One of V's best aspects is its casting, Joe Harnell’s massive score (by a sixty-piece orchestra—practically unheard of in television), and the lack of marquee names. Although several actors, such as Singer (THE BEASTMASTER), Grant, and Herd, had plenty of experience on the large and small screens, none were established stars, which helps lend the film verisimilitude. Showing ordinary people react under extraordinary circumstances is more effective when the characters truly seem ordinary, a trait bigger-named stars would find difficult to portray, due to their fame.

Singer, who was cast just three days before the start of principal photography, is very good in his man-of-action role, and Grant does a nice job playing a compassionate woman of science struggling to become tougher and less dependent when she finds herself the tower of guidance. Badler's sexy "bad girl" charisma is perfect for the power-hungry Diana, and supporting actors like Leonardo Cimino as the elderly Holocaust victim and Michael Wright as a streetwise petty thief who goes straight after the murder of his brother have standout scenes of their own. You’ll also recognize a pre-Freddy Krueger Robert Englund as a friendly Visitor and genre veteran Andrew Prine as a not-so-friendly one. Dominique Dunne was originally cast in a major role, but was murdered by her jealous boyfriend during filming; only one shot of her (from behind) remains in the finished picture.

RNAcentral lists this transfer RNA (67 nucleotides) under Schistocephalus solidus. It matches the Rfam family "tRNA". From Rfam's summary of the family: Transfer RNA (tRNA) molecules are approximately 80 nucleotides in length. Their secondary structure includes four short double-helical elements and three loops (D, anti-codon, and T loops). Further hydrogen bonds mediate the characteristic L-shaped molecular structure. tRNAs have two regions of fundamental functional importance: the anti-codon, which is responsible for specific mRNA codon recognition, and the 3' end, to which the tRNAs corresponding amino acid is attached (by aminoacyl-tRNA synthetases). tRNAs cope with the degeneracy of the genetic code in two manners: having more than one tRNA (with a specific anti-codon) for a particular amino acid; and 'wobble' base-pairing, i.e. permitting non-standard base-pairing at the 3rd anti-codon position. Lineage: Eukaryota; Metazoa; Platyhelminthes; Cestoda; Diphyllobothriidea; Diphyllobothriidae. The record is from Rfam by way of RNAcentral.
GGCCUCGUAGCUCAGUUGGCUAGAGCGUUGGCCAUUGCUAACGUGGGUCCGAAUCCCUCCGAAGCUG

Johnson was slated to do the sequel, 1984’s V: THE FINAL BATTLE, but left following creative differences with NBC. The six-hour followup was then directed by Richard T. Heffron (FUTUREWORLD), who did a serviceable job. A weekly series found Singer, Grant, Badler, and FINAL BATTLE newcomer Michael Ironside still battling back and forth, but weak scripts and production values, as well as a deadly timeslot, sank the Visitors and their human prey relatively quickly.

V lived on in a series of novels—A.C. Crispin’s adaptation of the first two miniseries is fantastic—and rumors of a big-screen remake, possibly to be directed by Johnson, have persisted for years. V is finally back, albeit on the small screen, and not exactly off to a hot start creatively (though I expect ratings for the premiere to be very good). ABC plans to air only four episodes this fall, and then pull the series off the air entirely until the spring, which sounds like a terrible idea.